[FONT=Georgia, serif]For curly hair ponies: If you have a pony that has special curls, be very gentle with her and do not use the faucet for running water. Fill up a medium-sized bowl with lukewarm water or cool water only- warm water will relax the curl. Rinse and clean her hair in one bowl, and use another bowl with fresh water to rinse all the residual shampoo and/or conditioner out of her hair. Towel dry excess moisture. When you dry her hair with the towel, hold the hair in such a way that keeps the curl, then wrap the towel around that and squeeze gently before setting out to dry. Dry with pony on her side, rather than standing up, and position hair how you want it to dry. [/FONT]


    [FONT=Georgia, serif]Use acetone or Mr. Clean Magic Eraser as needed to remove any spots you may have missed in your initial cleaning of your pony. Be very careful with acetone and symbols- it will remove paint, and it has harmful fumes, so use in a well-ventilated area. [/FONT]

    [FONT=Georgia, serif]Appendix II: Cleaning to get rid of mold[/FONT]

    [FONT=Georgia, serif]Follow the method described below to disinfect all your collectibles.[/FONT]

    [FONT=Georgia, serif]Set up your area in the bathroom or kitchen (sink and clean workspace are necessary.) Have towels at the ready. The equipment you will want on hand is as follows: white vinegar or bleach, water, gentle scrubbing brush or wash cloth, gentle shampoo and conditoner. Choose which you'd rather use between vinegar and bleach. I prefer vinegar, as it is not harmful to you, and is very cheap in bulk. I am not sure how bleach will affect your pony- in my experience it does not whiten or discolor ponies, but I have only used it on a few. Mix a 1:3 solution of water to vinegar (ex. 1 cup water to 3 cups vinegar.) This is your vinegar solution. (If you prefer bleach, use a 1:5 solution (1 cup bleach to 5 cups water.) You will dunk the pony in this solution (either vinegar or bleach) and scrub, scrub, scrub. Make sure to get all mold off pony, and if you feel comfortable doing it, remove the head and scrub the insides.[/FONT]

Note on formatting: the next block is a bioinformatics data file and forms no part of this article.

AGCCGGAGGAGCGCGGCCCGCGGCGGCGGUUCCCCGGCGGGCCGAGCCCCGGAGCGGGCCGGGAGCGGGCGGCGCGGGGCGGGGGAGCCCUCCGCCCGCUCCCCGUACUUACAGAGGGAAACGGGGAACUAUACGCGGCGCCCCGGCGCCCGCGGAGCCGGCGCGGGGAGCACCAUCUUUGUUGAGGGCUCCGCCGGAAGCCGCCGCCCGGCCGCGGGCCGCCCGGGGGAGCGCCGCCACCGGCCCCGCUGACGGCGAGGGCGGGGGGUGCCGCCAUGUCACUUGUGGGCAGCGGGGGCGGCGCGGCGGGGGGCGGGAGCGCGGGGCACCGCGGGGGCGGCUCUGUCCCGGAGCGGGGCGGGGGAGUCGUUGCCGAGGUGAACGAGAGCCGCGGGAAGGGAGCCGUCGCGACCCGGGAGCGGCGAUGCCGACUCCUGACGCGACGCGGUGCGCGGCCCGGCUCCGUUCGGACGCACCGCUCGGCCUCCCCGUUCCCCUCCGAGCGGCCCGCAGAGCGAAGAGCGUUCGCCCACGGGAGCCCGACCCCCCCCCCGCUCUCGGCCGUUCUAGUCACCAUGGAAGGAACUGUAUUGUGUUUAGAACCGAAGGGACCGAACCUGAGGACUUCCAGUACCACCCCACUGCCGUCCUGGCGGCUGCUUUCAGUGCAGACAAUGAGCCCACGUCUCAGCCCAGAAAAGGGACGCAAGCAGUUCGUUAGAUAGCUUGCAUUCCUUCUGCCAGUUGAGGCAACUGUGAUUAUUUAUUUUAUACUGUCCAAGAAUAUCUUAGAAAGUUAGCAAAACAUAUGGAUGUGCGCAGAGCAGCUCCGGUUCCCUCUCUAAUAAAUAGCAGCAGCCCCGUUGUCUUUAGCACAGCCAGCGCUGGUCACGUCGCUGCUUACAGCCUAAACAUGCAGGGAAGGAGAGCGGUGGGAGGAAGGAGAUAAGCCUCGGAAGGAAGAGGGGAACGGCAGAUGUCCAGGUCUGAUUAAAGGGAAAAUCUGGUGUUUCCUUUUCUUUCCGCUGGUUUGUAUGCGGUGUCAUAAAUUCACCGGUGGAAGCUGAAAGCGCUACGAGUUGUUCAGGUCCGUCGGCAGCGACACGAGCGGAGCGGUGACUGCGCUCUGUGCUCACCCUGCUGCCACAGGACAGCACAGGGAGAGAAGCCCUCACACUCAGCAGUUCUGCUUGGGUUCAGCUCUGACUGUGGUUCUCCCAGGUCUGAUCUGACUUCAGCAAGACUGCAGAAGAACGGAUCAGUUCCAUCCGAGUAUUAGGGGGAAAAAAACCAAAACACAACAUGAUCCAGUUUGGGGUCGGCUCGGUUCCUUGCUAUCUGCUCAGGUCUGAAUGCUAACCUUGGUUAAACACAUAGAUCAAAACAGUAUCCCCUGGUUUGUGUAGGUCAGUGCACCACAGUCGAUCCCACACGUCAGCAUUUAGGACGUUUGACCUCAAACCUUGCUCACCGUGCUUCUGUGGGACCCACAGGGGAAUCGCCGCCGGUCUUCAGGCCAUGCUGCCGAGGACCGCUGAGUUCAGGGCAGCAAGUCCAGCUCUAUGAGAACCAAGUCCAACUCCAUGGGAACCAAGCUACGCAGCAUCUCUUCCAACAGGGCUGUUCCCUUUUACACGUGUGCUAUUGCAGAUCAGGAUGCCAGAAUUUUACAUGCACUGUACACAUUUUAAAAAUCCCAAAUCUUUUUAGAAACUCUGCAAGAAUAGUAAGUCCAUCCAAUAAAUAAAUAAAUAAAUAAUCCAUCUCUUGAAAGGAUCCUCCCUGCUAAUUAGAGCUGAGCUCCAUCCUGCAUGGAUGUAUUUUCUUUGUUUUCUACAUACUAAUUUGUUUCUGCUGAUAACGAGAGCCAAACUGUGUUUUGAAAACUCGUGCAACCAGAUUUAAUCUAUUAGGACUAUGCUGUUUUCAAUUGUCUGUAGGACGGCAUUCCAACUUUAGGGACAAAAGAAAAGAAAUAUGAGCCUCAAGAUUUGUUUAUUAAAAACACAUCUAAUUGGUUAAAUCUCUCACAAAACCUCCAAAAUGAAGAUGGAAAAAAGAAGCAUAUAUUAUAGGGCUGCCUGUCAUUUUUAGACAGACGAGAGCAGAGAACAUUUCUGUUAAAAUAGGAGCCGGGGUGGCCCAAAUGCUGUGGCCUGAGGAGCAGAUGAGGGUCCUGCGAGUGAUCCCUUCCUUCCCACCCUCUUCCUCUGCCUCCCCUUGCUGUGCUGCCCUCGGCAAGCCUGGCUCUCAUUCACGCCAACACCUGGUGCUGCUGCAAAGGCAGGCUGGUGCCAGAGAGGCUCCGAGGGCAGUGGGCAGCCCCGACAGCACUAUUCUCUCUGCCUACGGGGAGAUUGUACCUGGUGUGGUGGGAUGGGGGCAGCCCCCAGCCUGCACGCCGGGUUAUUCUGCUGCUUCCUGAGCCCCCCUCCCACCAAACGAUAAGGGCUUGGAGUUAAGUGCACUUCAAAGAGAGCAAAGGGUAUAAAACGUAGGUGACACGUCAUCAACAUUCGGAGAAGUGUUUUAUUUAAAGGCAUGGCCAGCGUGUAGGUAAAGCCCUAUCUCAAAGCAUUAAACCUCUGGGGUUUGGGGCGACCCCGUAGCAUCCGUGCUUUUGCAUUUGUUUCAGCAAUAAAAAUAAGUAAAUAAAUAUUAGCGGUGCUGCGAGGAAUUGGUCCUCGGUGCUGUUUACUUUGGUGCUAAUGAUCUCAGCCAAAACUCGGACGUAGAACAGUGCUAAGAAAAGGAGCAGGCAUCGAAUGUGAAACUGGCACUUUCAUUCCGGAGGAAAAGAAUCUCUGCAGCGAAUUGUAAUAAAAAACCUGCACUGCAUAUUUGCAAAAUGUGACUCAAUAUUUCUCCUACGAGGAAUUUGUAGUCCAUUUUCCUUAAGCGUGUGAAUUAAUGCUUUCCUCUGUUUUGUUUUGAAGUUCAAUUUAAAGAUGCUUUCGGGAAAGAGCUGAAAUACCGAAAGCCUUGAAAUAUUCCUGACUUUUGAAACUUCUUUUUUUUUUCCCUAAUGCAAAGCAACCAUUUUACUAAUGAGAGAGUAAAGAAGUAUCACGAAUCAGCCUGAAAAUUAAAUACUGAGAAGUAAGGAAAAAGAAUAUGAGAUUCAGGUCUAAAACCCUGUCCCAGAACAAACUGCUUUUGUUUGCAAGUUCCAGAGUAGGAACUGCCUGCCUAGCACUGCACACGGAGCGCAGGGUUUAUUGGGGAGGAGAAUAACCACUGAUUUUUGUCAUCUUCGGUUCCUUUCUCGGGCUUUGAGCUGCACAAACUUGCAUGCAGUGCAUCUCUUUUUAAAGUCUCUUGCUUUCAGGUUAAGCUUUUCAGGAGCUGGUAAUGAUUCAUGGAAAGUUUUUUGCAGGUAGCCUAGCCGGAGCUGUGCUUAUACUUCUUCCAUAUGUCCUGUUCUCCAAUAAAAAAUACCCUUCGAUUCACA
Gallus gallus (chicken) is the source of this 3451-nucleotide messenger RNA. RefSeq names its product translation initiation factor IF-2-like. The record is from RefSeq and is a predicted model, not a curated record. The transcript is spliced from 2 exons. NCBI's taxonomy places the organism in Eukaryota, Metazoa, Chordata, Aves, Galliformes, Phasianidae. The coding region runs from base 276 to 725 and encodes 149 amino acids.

[​IMG]

    [FONT=Georgia, serif]Now that your pony is mold-free and disinfected, you will want to rinse her off (body and hair) in pure water. You can either use fresh tap (preferred) or a bucket with clean water for dunking and swishing. The rinsing should remove the vinegar or bleach smell from your pony. However, now you will want to fix the hair up, so that is nice and soft and styled. Shampoo, rinse, condition, rinse, rinse, rinse. Then squeeze excess water out of hair and let dry. Feel free to use curlers or anything like that while the hair is damp, so that when it is dry, the style will be set. I generally just wrap the ponies' hair around their neck or legs to achieve a gentle, yet traditional curl. [/FONT]

    [FONT=Georgia, serif]WHERE TO BUY[/FONT]

    Desiccant
    [FONT=Georgia, serif] Ebay.com search: “desiccant†or DRIERITE - Number 1 in Drying Technology For Over 60 Years[/FONT]